The teaching assistants (TAs) that I meet are enthusiastic, keen to improve their practice, and valued by the teachers and senior leaders that they work with. However, research on the national picture shows that they are consistently underutilised, inconsistently managed, and not always well trained and supported. This leads, unsurprisingly, to negative impacts on pupil progress (Blatchford et al., 2012). This situation has arisen as numbers of support staff and the roles they undertake has grown in an ad hoc manner, without any thought or planning at a national level. Although the higher level teaching assistant role was introduced as a ‘minimum standards’ status, this applied to a minimal proportion of the workforce as a whole. No definition of the term ‘teaching assistant’ or description of what they should (and shouldn’t) do has ever been agreed. The Department for Education have yet to publish the draft professional standards for TAs that Nicky Morgan commissioned from an expert panel of practitioners back in October 2014.
Where does the responsibility for outcomes lie?
TAs now carry out a wide range of duties – some pedagogical, some not. However, it is often unclear exactly what is and isn’t in their remit. Lack of a clear role description is the norm for many TAs. This makes things difficult for them. It also makes it difficult for the teachers managing them – what can they be asked to do? What shouldn’t they be asked to do? Where does the responsibility for outcomes lie?
When we talk about TAs having a pedagogical role we encounter a much deeper problem – there has never been a theory of what TAs should be doing when they are working directly with pupils. Should they be doing the same as a teacher does? (If they should, why is a teacher not doing the job?) Or should they be doing something else? ‘Helping’? ‘Supporting’? Neither of these activities helps us to clarify what their role should be while a pupil or group of pupils is working. What exactly does ‘helping’ look like? It is suggested that scaffolding is the best theory we have to describe what TAs should be doing when they work with pupils (Radford et al., 2015), and there are very practical ways in which TAs, teachers and senior managers can work together using this as a shared understanding of the pedagogical role (Bosanquet et al., 2016).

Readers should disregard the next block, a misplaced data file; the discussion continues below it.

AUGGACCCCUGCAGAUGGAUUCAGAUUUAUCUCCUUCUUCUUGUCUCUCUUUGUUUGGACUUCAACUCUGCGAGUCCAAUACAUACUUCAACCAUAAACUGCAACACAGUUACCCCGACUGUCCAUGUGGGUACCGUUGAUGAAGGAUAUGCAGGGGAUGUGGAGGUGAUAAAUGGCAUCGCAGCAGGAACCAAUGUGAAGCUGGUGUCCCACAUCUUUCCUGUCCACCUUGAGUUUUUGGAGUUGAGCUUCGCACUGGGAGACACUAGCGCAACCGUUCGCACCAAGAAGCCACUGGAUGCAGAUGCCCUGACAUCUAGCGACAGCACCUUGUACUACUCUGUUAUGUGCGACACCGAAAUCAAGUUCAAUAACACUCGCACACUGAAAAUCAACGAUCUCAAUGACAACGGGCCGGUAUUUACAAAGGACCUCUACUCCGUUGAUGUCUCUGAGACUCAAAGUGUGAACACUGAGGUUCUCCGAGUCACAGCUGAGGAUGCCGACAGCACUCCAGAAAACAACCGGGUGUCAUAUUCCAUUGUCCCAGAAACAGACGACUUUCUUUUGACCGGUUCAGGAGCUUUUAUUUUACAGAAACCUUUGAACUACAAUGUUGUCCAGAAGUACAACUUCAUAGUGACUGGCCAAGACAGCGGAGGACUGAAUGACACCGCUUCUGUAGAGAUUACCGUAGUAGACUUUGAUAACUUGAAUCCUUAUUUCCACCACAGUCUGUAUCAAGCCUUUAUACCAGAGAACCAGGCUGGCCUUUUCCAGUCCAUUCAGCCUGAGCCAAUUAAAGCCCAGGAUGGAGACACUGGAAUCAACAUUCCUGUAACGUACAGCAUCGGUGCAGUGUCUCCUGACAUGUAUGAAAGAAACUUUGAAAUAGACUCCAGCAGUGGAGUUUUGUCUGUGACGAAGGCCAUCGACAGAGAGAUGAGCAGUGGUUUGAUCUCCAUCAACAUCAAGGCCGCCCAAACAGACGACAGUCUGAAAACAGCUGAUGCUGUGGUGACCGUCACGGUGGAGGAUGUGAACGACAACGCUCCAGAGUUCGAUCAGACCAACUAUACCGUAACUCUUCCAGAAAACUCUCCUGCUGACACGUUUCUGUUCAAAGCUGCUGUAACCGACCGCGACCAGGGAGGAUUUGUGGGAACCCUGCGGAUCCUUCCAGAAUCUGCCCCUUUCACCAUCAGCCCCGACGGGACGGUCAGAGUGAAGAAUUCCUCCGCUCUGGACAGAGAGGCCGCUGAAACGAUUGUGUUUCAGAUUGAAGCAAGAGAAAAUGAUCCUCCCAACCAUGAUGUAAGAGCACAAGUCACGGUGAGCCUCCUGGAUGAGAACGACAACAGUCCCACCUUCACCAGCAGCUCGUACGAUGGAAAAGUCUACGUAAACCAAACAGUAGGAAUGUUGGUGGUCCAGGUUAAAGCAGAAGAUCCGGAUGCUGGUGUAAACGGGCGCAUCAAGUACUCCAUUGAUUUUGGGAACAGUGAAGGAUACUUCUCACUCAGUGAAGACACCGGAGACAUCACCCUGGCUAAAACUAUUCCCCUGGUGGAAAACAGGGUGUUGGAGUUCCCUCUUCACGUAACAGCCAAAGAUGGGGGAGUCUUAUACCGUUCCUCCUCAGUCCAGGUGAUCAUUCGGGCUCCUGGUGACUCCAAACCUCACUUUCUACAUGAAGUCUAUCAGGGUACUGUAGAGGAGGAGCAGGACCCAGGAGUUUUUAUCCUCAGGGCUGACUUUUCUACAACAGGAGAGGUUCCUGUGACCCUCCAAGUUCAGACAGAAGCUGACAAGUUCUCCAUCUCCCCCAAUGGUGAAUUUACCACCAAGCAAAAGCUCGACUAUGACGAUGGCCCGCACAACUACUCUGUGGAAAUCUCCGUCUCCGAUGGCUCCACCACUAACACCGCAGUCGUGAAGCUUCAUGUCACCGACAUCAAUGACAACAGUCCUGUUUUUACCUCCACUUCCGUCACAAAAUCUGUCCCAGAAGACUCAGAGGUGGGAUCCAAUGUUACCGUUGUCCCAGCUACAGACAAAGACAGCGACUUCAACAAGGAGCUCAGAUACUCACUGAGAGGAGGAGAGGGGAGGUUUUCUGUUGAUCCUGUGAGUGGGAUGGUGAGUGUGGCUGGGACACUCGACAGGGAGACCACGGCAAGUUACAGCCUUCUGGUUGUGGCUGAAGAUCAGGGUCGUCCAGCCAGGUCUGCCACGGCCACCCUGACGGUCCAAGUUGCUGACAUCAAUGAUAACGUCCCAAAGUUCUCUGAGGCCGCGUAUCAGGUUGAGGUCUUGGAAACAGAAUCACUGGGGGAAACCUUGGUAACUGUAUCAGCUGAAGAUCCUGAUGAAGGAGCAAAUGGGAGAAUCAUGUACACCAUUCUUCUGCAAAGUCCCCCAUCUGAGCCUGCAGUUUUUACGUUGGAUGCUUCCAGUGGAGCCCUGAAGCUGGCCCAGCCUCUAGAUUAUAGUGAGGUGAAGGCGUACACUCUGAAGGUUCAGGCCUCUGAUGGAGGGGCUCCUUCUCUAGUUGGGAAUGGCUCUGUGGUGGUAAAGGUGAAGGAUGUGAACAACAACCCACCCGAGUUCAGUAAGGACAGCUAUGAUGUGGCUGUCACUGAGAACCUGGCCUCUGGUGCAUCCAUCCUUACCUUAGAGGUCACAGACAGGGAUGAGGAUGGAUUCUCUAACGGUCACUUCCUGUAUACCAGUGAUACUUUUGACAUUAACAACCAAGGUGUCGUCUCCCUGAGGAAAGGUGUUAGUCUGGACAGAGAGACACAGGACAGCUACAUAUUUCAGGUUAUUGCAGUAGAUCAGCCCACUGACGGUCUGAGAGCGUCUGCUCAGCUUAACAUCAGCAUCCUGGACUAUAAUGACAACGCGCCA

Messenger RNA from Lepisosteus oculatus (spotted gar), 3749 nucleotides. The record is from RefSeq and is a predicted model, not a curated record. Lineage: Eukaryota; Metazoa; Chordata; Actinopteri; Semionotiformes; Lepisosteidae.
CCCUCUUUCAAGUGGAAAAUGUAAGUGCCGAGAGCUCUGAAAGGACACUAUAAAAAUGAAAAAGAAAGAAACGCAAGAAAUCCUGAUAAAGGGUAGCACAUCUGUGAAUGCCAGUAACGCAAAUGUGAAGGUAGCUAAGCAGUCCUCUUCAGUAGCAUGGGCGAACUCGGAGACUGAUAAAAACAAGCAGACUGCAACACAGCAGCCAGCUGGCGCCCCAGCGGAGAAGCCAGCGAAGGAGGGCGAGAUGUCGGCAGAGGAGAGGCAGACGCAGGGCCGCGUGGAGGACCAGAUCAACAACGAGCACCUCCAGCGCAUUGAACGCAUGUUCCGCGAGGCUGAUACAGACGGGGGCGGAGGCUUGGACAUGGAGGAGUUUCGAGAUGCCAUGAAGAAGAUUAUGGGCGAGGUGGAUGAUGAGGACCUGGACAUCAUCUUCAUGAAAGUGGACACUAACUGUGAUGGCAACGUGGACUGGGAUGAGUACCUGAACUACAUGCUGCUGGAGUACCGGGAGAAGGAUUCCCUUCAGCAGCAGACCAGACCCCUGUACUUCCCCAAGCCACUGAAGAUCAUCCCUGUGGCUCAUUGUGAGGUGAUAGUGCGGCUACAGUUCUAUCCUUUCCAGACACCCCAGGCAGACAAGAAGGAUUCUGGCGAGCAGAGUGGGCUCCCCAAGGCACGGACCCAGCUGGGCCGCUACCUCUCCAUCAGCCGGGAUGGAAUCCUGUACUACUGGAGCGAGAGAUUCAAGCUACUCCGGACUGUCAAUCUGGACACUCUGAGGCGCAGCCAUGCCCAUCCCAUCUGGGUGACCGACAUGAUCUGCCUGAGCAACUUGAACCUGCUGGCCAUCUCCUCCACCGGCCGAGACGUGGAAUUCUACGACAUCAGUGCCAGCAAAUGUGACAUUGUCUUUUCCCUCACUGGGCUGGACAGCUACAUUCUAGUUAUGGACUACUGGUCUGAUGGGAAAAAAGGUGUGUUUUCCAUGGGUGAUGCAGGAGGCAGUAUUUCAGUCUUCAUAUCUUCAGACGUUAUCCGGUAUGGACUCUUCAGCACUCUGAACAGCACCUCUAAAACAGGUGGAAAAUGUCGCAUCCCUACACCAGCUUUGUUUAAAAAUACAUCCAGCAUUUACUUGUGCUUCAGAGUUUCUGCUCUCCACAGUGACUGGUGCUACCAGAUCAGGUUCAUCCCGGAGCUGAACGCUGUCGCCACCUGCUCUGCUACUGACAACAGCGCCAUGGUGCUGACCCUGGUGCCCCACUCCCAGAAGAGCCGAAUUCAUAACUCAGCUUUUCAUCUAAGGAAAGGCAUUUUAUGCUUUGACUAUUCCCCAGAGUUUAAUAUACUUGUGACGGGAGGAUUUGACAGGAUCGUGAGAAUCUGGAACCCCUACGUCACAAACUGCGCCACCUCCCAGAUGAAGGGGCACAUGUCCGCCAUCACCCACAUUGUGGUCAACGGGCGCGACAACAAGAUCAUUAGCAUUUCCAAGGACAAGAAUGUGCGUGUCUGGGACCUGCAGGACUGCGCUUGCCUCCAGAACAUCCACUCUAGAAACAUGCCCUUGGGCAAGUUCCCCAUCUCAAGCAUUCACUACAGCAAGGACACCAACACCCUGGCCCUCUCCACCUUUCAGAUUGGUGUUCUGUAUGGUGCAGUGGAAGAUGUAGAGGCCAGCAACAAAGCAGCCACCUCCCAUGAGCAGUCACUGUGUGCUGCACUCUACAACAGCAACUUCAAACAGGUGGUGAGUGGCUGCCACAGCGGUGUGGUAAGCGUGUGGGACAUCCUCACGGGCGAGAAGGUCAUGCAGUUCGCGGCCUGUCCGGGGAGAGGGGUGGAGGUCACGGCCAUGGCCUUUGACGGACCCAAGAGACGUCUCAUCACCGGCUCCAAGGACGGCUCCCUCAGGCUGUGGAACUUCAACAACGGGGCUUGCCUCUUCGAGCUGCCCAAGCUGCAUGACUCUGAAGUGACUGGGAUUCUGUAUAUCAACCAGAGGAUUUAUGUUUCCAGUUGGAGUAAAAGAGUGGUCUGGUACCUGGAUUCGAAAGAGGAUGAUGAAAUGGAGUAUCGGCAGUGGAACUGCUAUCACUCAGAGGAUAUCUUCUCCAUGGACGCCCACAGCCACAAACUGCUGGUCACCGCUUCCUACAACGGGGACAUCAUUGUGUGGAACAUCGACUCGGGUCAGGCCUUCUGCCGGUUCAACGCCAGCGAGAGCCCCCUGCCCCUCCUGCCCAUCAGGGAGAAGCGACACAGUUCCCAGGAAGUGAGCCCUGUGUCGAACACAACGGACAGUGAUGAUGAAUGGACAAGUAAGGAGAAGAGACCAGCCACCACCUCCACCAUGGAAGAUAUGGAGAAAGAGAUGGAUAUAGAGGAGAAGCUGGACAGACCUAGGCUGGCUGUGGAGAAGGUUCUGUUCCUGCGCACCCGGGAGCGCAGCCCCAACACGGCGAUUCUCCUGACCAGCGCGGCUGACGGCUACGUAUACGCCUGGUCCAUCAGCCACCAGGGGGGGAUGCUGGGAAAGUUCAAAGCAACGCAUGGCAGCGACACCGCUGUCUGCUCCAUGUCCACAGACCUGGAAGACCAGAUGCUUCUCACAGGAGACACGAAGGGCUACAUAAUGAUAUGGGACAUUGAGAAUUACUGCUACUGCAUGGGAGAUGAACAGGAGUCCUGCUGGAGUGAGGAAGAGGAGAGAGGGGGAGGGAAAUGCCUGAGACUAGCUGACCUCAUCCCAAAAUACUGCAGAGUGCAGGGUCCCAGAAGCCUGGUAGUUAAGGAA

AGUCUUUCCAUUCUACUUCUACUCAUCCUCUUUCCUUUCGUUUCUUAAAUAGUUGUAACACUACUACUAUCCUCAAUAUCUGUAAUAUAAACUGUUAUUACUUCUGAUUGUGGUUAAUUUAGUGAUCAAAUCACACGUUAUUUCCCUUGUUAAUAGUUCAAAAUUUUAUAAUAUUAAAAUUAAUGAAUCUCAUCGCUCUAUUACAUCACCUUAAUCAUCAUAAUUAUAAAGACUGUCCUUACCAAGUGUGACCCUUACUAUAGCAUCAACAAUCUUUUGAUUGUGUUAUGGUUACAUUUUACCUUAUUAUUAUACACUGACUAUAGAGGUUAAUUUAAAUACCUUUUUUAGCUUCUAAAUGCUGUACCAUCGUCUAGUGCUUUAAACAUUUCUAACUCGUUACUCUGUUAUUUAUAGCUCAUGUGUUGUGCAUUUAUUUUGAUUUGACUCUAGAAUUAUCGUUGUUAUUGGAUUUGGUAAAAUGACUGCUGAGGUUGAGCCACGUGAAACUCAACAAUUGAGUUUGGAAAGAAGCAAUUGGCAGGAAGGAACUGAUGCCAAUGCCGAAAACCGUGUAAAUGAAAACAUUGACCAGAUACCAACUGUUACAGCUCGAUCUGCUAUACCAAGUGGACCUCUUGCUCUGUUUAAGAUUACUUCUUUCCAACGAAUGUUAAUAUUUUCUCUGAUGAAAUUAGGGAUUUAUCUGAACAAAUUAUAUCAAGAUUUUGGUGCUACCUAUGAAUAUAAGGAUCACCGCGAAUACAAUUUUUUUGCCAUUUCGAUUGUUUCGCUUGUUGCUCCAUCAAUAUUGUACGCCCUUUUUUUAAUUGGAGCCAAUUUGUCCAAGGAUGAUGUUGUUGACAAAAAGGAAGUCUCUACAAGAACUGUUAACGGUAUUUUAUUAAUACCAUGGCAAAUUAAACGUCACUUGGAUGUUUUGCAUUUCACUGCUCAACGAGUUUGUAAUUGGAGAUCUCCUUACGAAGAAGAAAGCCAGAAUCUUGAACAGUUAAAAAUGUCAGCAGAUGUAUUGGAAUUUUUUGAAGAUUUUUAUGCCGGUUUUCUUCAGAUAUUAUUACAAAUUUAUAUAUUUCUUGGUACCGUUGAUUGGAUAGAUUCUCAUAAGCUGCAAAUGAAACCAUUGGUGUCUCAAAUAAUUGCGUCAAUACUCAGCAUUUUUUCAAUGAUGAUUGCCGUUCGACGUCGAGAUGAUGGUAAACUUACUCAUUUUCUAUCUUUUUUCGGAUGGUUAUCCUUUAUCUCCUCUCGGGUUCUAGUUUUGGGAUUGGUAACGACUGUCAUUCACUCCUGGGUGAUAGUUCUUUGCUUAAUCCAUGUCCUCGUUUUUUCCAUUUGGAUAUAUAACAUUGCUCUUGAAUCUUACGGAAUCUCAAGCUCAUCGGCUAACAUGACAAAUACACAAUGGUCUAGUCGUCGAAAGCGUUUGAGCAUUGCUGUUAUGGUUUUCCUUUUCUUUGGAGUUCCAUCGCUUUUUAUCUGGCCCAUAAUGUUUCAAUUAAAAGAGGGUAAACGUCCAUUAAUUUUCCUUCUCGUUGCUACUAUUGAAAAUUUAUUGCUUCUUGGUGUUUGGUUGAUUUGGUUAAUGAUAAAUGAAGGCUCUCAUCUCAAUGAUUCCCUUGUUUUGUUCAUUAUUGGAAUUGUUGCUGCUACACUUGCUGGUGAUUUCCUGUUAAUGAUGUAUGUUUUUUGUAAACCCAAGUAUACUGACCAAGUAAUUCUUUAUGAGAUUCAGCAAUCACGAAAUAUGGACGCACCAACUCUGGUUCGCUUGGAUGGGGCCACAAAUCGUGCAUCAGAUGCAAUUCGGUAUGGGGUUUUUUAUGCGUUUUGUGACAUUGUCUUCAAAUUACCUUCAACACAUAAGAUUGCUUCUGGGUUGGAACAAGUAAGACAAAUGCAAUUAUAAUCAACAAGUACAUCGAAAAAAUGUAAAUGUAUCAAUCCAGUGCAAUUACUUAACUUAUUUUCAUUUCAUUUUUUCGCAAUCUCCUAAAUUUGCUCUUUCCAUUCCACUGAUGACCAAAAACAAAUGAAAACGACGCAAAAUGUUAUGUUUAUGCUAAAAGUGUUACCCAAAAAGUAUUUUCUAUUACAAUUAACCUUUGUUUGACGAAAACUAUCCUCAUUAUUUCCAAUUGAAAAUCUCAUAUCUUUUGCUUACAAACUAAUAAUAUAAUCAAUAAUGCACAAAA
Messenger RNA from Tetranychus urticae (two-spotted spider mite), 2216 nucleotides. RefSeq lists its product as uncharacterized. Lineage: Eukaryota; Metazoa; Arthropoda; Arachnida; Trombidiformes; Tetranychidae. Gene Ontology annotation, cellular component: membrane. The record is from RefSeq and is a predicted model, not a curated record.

How, though, do we ensure that all TAs have clear roles, understand their pedagogical role and have access to ongoing training and support? Although not a popular view in the current climate of decentralisation and school-led training, I would suggest that this is one area in which we need nationally agreed role titles and descriptions, and a minimum agreed training entitlement which is clearly linked to these role descriptions. Releasing the promised TA standards would be a welcome step in this direction. This would also support initial teacher training providers in knowing exactly what should be covered within their programmes when ensuring that trainee teachers know how to plan and work with the TAs effectively.
Some headway has been made by individual schools and groups of schools by, for example, following the Maximising the Impact of Teaching Assistants programme (Webster et al., 2016) and utilising the Education Endowment Foundation guidance (Sharples et al., 2015). Our recent book, The Teaching Assistant’s Guide to Effective Interaction (Bosanquet et al., 2016) addresses classroom practice from the bottom up, focusing on an area where immediate impact can be made – the way TAs talk with pupils. However, we need to remember that evidence shows that the current practice is for TAs to routinely work with those who are at risk in the education system (particularly those with special educational needs and those who are falling behind). This, coupled with what we know about how poorly they are deployed, managed and trained makes this an issue of immediate and national importance. To address what is essentially an issue of educational equality, education professionals, researchers and government need to come together to ensure that all children are taught and supported by a well-trained and supported work force.
Blatchford, P., Russell, A., & Webster, R. (2012). Reassessing the impact of teaching assistants: How research challenges practice and policy. Routledge.
Bosanquet, P., Radford, J., & Webster, R. (2016). A teaching assistant’s guide to effective interaction: How to maximise your impact. Routledge
Radford, J., Bosanquet, P., Webster, R., & Blatchford, P. (2015). Scaffolding learning for independence: Clarifying teacher and teaching assistant roles for children with special educational needs. Learning and Instruction, 36. 1–10
Sharples, J., Webster, R., & Blatchford, P. (2015). Making best use of teaching assistants: Guidance report, March 2015. Education Endowment Fund. http://maximisingtas.co.uk/eef-guidance.php
Webster, R., Russell, A., & Blatchford, P. (2016). Maximising the impact of teaching assistants: Guidance for school leaders and teachers (2nd ed.). Routledge